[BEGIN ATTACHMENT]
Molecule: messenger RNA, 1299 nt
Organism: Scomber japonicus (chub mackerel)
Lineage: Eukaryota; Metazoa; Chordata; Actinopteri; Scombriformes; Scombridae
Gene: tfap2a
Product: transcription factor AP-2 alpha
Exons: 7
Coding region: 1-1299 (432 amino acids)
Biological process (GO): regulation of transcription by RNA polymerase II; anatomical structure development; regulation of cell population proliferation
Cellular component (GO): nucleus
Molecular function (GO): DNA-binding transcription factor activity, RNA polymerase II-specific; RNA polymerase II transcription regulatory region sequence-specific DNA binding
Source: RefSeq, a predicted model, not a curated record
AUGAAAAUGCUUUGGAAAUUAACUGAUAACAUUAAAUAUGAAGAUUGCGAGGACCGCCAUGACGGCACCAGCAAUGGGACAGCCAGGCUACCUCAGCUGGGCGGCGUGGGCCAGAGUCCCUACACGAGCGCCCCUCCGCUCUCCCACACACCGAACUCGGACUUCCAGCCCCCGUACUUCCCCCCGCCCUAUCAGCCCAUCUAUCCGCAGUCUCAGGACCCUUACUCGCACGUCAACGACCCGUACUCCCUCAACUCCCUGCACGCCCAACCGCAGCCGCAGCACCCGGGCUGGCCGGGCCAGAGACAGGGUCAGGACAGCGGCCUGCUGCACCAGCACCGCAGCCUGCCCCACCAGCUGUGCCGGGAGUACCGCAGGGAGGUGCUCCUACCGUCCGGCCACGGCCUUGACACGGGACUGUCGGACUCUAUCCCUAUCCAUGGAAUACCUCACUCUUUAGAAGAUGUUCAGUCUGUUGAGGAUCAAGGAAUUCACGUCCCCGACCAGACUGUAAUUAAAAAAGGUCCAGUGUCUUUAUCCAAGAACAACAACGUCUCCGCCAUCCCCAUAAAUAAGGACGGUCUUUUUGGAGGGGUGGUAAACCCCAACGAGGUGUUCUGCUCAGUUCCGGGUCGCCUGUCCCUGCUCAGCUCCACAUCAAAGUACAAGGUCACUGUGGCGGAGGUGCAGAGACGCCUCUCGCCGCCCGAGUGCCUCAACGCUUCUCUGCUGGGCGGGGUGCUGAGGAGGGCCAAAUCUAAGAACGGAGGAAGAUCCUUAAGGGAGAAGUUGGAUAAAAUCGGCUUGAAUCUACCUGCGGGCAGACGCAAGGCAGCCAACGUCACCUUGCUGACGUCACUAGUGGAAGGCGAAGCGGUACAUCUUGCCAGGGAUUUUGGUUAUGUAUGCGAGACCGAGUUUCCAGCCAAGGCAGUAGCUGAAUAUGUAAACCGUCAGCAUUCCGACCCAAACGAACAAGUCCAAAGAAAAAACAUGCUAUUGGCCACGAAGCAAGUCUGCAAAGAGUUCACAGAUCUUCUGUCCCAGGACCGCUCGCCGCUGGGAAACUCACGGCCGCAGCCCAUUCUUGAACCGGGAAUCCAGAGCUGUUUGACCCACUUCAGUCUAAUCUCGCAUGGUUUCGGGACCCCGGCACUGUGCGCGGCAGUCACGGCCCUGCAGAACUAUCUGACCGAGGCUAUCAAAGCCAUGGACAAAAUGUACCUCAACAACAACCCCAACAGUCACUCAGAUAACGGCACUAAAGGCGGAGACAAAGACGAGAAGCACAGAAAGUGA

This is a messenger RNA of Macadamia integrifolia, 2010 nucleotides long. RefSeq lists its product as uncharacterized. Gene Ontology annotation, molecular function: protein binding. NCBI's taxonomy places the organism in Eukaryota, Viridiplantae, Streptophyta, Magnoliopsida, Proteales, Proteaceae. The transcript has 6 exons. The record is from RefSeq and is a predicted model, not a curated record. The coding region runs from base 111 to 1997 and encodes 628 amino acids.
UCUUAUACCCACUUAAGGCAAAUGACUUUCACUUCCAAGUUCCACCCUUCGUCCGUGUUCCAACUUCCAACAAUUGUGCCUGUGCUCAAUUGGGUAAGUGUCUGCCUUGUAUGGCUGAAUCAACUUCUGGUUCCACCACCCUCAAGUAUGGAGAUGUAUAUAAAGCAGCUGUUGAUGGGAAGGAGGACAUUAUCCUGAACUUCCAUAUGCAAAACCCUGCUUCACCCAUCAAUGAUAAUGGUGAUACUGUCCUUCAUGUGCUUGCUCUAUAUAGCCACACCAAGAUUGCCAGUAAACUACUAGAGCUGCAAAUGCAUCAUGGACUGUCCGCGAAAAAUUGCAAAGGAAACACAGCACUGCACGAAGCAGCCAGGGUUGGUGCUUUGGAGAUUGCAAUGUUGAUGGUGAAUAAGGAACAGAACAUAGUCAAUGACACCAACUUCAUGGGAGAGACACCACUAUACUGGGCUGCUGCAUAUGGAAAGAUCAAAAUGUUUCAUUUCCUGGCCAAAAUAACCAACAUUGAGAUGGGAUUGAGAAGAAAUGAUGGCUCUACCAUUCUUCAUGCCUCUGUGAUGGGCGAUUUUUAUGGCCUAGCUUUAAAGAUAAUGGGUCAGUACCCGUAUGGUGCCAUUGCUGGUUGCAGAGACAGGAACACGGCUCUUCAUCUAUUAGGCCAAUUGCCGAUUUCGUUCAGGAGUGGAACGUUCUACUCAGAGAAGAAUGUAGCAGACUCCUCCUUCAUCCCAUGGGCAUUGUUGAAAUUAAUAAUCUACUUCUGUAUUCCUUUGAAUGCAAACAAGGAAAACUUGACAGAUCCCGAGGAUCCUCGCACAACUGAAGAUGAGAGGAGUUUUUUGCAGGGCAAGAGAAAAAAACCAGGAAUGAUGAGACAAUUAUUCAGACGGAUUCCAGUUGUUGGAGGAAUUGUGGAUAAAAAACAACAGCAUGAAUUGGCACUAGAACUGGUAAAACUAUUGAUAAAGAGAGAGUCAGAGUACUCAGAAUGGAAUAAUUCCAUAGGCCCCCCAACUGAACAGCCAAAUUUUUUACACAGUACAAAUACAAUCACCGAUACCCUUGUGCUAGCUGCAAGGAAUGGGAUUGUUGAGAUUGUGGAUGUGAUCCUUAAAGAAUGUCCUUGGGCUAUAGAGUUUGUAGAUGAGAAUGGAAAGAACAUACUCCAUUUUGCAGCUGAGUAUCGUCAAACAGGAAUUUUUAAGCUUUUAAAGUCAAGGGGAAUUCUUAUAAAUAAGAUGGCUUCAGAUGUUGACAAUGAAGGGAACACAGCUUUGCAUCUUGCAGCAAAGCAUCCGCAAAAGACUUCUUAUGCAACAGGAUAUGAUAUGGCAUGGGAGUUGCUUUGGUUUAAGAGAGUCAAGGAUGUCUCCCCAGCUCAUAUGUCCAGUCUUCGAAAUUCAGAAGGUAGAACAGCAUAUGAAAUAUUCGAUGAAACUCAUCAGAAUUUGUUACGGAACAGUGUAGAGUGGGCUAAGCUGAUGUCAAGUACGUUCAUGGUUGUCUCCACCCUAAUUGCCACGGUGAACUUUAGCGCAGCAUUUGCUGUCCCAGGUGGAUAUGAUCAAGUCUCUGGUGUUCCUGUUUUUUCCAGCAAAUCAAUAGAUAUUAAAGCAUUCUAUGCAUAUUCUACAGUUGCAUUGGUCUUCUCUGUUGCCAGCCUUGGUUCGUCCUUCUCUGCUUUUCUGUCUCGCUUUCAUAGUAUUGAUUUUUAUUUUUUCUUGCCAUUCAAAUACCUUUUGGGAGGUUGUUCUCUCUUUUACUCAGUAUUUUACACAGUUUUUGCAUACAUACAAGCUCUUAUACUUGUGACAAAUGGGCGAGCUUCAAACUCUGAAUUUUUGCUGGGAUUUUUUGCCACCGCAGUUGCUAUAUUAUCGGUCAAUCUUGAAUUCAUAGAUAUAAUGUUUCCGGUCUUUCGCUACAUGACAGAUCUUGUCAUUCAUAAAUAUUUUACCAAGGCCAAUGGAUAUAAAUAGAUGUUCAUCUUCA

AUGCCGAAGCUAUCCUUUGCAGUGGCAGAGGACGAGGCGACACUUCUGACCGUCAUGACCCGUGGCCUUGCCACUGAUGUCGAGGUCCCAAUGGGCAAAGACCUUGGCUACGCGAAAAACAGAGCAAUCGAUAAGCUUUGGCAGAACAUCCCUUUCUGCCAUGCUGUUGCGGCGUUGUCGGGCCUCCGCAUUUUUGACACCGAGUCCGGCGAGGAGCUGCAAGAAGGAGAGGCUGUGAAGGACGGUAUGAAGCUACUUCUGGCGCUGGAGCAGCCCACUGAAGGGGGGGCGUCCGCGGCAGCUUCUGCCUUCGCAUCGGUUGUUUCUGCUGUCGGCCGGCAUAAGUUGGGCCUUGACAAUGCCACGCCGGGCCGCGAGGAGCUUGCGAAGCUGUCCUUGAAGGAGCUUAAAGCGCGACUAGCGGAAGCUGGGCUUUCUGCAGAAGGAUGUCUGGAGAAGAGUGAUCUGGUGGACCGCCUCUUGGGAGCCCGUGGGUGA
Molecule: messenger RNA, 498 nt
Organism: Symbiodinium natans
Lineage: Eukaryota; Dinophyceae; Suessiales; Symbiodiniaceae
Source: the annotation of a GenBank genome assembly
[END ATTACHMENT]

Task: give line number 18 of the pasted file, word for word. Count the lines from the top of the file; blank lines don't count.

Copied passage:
Lineage: Eukaryota; Dinophyceae; Suessiales; Symbiodiniaceae